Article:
Wednesday, May 16, 2018

Potemkin Strategic Rocket Forces?

Is Russia losing their ability to reach the continental United States with their nuclear missile force?

The Russians are experiencing major problems with their sea-based nuclear deterrent:

The Russian Navy has made a mess of its SSBN (ballistic missile nuclear subs) force and has done slightly better developing new SLBMs (Sea Launched Ballistic Missile). This is all about what kind of SSBN force Russia will have in the future and what those SSBNs will be capable of. At the moment the answers seem to be “diminished” and “not much”.

Their Soviet-era SSBNs work. But they are going to be too old to go to sea safely.

The new Borei-class SSBNs are having troubles because the state of Russia's nuclear weapons industry has been pretty bad:

Despite initial failures the government insisted that the Bulava SLBM be made to work, no matter what it takes. Many Russian officials believed that the root of all these problems was the flight of so many skilled engineers and scientists from Russian defense industries after the Soviet Union collapsed (and defense orders promptly dropped over 90 percent). The smart people quickly found lucrative jobs in other industries, and there has been little new blood in the last two decades. The same thing happened on the manufacturing end. During the Soviet period defense industries had the cash and fringe benefits to attract the most skilled manufacturing staff. No more. And the dismal Bulava test performance is yet another result of this brain drain.

The Russians are resigned to having these missiles even though they probably will work only half the time.

And they will be based in the east rather than the northwest as the Soviets based their SSBNs with America as the primary target. In the east they can reach America and China.

The Russians need these long-range missiles to work because they allow Russia to defend "bastions" in coastal waters against enemy anti-submarine forces (ASW) that must operate close to Russia against land-based air and short-range naval assets.

With shorter ranged SSBNs, you have to fight your way through enemy ASW forces to get close enough to launch. So problems with their new missile subs are a problem for a survivable Russian nuclear deterrent.

If your SSBNs are as vulnerable as silo-based land missiles are (because of increased accuracy of  incoming rounds at an identifiable land target), you have a problem of deterring an enemy. And in fact you get dangerously close to having a negative deterrent by encouraging your enemy to attempt a disarming first strike to knock our your vulnerable missiles.

The Russians also have a problem with ICBM reliability, as I noted some time ago (quoting Strategypage):

While Russia got the new Topol M ICBM into service since 1991, this was a Cold War era project, meant to replace the older, and much less effective and reliable ICBMs. While Russia has several thousand nuclear warheads, most are undeliverable because of the post-Cold War military meltdown. In fact, they can launch only a few hundred warheads, with any assurance that these will land anywhere near where they are aimed.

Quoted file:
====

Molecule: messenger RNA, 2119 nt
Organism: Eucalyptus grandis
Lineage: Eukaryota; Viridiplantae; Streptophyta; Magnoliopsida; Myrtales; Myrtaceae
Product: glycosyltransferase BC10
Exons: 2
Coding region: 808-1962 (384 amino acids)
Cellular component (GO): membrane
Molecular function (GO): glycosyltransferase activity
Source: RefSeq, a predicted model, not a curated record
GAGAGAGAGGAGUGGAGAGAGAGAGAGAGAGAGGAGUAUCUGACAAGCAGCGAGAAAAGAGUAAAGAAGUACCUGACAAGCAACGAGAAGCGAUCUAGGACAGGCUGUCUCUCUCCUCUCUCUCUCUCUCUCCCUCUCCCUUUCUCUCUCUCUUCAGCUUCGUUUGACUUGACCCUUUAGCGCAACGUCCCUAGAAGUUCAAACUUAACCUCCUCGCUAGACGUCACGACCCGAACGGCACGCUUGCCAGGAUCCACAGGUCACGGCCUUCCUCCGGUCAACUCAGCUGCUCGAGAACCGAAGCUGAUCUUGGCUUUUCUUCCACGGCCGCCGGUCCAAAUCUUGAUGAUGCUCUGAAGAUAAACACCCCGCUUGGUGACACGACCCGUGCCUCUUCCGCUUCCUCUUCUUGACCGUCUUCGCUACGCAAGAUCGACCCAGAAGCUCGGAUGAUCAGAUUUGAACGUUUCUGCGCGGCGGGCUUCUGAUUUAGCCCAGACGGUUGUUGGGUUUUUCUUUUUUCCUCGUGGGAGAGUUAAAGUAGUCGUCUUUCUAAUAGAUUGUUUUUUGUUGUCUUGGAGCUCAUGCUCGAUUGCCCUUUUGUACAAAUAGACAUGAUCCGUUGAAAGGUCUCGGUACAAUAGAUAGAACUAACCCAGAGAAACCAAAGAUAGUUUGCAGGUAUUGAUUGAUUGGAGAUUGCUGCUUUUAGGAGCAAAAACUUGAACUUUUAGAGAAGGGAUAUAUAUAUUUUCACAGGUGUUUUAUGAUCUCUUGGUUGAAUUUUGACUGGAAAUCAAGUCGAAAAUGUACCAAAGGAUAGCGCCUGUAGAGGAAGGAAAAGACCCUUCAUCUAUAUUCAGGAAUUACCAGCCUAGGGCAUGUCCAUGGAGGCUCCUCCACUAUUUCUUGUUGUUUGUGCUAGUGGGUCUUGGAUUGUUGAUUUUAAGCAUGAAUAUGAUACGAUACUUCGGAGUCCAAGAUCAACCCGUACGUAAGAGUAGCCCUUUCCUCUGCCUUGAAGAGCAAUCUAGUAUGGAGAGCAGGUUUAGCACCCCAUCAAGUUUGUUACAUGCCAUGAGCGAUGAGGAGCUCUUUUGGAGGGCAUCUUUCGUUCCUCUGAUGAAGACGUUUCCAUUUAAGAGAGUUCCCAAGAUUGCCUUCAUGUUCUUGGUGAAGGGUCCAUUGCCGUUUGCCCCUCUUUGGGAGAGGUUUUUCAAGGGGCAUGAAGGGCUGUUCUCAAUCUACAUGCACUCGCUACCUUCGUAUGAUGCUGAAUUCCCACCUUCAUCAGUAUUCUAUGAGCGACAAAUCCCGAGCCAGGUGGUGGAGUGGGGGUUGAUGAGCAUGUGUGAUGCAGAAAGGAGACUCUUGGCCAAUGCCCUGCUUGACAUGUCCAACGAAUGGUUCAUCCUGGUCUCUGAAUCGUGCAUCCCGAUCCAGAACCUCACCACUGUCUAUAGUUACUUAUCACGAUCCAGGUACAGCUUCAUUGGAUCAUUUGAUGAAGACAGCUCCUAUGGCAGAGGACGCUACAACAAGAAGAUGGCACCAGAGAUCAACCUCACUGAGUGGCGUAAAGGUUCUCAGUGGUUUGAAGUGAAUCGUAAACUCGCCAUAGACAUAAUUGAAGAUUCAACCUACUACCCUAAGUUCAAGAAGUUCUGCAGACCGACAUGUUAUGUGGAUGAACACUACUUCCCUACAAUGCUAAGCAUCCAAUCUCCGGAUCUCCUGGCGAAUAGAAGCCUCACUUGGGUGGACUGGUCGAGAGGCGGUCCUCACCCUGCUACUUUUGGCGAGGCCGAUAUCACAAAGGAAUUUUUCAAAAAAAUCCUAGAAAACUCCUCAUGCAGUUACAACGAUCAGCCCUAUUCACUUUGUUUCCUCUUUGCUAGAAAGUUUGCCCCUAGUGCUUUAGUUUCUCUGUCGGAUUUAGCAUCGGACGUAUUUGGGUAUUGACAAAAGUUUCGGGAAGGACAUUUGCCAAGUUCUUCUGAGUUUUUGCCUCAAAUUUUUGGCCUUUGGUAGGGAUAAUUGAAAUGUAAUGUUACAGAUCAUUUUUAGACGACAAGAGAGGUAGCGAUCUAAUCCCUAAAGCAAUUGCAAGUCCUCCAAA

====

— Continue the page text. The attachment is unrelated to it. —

That bolstered my impression that the Russians can't afford to maintain their huge nuclear arsenal. Honestly, that's been my impression given the state of the Russian military that has pockets of excellence and a slice of adequate military power resting on top of a far larger portion of their military that shouldn't be sent to control a Pussy Riot concert let alone combat.

As I noted in this post, I wasn't too eager to negotiate a nuclear agreement with Russia because I figured their deterrent was going to deteriorate with or without a treaty. A treaty was really a gift to Russia to save them the futile expense of trying to keep all their nukes in place, and so we should have gotten concessions for that gift.

That's one reason I wasn't overly upset that the New START treaty didn't cover Russian shorter-range nukes (especially if the Russians reduced general hostility to America). Russian problems with their longer range missiles would erode their arsenal, and in need of a nuclear deterrent, Russia would have to emphasize simpler shorter-range missiles that can't reach America.

Britain, France, and China all have missiles that can reach Russia as a partial compensation for America's weakness in the shorter-range categories.

And the Russian violation of the Intermediate Nuclear Forces treaty that limits development of shorter-range nukes that Russia can still build (another note of this here)--because they are simpler and give more bang for the ruble--may indicate just how bad Russia's longer range missiles ("strategic"--although if you are within range of a short-range "theater" or even "tactical" nuke, you won't feel the nuance of the distinctions based on the US-USSR situation) are and will be.

So Russia's long-range missiles are eroding but they will likely be a deterrent because we can't really know how reliable they are and just thinking a 50% success rate exists still means that is a lethal threat.

But Russia, which will know the real state of their nukes (one assumes), isn't counting on that uncertainty and seems to be emphasizing shorter-range missiles that are more reliable because they are simpler. And relying on those weapons to the point of violating the INF treaty.

Well, Putin is relying on shorter-range nukes and idle boasts:

Russia's new weapons, including an array of new nuclear systems, will ensure the country's security for decades to come, President Vladimir Putin said Tuesday at a meeting with top military brass.

Which probably means that Russia's strategic missiles really are fading away.